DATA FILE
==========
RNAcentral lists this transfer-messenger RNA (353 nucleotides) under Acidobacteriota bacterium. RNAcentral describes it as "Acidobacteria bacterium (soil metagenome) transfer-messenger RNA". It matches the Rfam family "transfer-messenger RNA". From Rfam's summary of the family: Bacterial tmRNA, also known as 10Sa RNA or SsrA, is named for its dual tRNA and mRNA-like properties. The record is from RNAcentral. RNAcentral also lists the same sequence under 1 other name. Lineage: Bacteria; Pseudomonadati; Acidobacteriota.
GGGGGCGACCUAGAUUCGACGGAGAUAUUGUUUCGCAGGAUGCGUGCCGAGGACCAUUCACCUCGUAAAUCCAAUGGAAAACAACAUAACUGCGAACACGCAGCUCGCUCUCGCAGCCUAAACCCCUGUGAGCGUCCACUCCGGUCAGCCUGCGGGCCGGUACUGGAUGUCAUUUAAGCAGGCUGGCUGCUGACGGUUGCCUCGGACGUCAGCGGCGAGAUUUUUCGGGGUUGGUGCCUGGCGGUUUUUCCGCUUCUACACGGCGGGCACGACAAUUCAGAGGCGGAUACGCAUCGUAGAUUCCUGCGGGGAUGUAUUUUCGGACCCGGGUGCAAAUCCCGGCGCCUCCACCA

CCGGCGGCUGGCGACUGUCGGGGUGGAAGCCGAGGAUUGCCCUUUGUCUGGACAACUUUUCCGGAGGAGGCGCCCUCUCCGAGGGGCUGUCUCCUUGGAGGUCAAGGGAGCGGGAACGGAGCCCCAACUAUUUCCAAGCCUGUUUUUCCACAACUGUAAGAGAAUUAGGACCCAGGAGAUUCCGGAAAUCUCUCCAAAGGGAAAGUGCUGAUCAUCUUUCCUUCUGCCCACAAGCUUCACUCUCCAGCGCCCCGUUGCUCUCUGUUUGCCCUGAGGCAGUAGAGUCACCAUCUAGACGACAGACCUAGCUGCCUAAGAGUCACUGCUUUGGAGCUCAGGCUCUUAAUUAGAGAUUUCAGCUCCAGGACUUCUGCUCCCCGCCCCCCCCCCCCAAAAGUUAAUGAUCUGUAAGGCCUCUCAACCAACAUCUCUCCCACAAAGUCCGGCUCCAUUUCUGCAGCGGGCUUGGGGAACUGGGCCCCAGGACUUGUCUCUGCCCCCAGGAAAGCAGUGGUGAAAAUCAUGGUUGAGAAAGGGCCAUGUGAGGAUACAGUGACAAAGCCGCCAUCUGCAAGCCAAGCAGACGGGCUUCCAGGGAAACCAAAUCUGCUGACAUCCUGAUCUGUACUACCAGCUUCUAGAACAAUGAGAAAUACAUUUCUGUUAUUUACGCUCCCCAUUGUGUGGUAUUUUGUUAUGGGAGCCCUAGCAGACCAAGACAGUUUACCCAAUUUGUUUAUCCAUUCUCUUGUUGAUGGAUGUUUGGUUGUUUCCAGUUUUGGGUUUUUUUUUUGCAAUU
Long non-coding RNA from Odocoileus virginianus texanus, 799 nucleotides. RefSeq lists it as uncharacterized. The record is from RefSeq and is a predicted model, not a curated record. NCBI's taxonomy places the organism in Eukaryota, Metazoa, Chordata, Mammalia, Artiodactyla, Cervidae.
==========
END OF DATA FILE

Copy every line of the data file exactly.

RNAcentral lists this transfer-messenger RNA (353 nucleotides) under Acidobacteriota bacterium. RNAcentral describes it as "Acidobacteria bacterium (soil metagenome) transfer-messenger RNA". It matches the Rfam family "transfer-messenger RNA". From Rfam's summary of the family: Bacterial tmRNA, also known as 10Sa RNA or SsrA, is named for its dual tRNA and mRNA-like properties. The record is from RNAcentral. RNAcentral also lists the same sequence under 1 other name. Lineage: Bacteria; Pseudomonadati; Acidobacteriota.
GGGGGCGACCUAGAUUCGACGGAGAUAUUGUUUCGCAGGAUGCGUGCCGAGGACCAUUCACCUCGUAAAUCCAAUGGAAAACAACAUAACUGCGAACACGCAGCUCGCUCUCGCAGCCUAAACCCCUGUGAGCGUCCACUCCGGUCAGCCUGCGGGCCGGUACUGGAUGUCAUUUAAGCAGGCUGGCUGCUGACGGUUGCCUCGGACGUCAGCGGCGAGAUUUUUCGGGGUUGGUGCCUGGCGGUUUUUCCGCUUCUACACGGCGGGCACGACAAUUCAGAGGCGGAUACGCAUCGUAGAUUCCUGCGGGGAUGUAUUUUCGGACCCGGGUGCAAAUCCCGGCGCCUCCACCA

CCGGCGGCUGGCGACUGUCGGGGUGGAAGCCGAGGAUUGCCCUUUGUCUGGACAACUUUUCCGGAGGAGGCGCCCUCUCCGAGGGGCUGUCUCCUUGGAGGUCAAGGGAGCGGGAACGGAGCCCCAACUAUUUCCAAGCCUGUUUUUCCACAACUGUAAGAGAAUUAGGACCCAGGAGAUUCCGGAAAUCUCUCCAAAGGGAAAGUGCUGAUCAUCUUUCCUUCUGCCCACAAGCUUCACUCUCCAGCGCCCCGUUGCUCUCUGUUUGCCCUGAGGCAGUAGAGUCACCAUCUAGACGACAGACCUAGCUGCCUAAGAGUCACUGCUUUGGAGCUCAGGCUCUUAAUUAGAGAUUUCAGCUCCAGGACUUCUGCUCCCCGCCCCCCCCCCCCAAAAGUUAAUGAUCUGUAAGGCCUCUCAACCAACAUCUCUCCCACAAAGUCCGGCUCCAUUUCUGCAGCGGGCUUGGGGAACUGGGCCCCAGGACUUGUCUCUGCCCCCAGGAAAGCAGUGGUGAAAAUCAUGGUUGAGAAAGGGCCAUGUGAGGAUACAGUGACAAAGCCGCCAUCUGCAAGCCAAGCAGACGGGCUUCCAGGGAAACCAAAUCUGCUGACAUCCUGAUCUGUACUACCAGCUUCUAGAACAAUGAGAAAUACAUUUCUGUUAUUUACGCUCCCCAUUGUGUGGUAUUUUGUUAUGGGAGCCCUAGCAGACCAAGACAGUUUACCCAAUUUGUUUAUCCAUUCUCUUGUUGAUGGAUGUUUGGUUGUUUCCAGUUUUGGGUUUUUUUUUUGCAAUU
Long non-coding RNA from Odocoileus virginianus texanus, 799 nucleotides. RefSeq lists it as uncharacterized. The record is from RefSeq and is a predicted model, not a curated record. NCBI's taxonomy places the organism in Eukaryota, Metazoa, Chordata, Mammalia, Artiodactyla, Cervidae.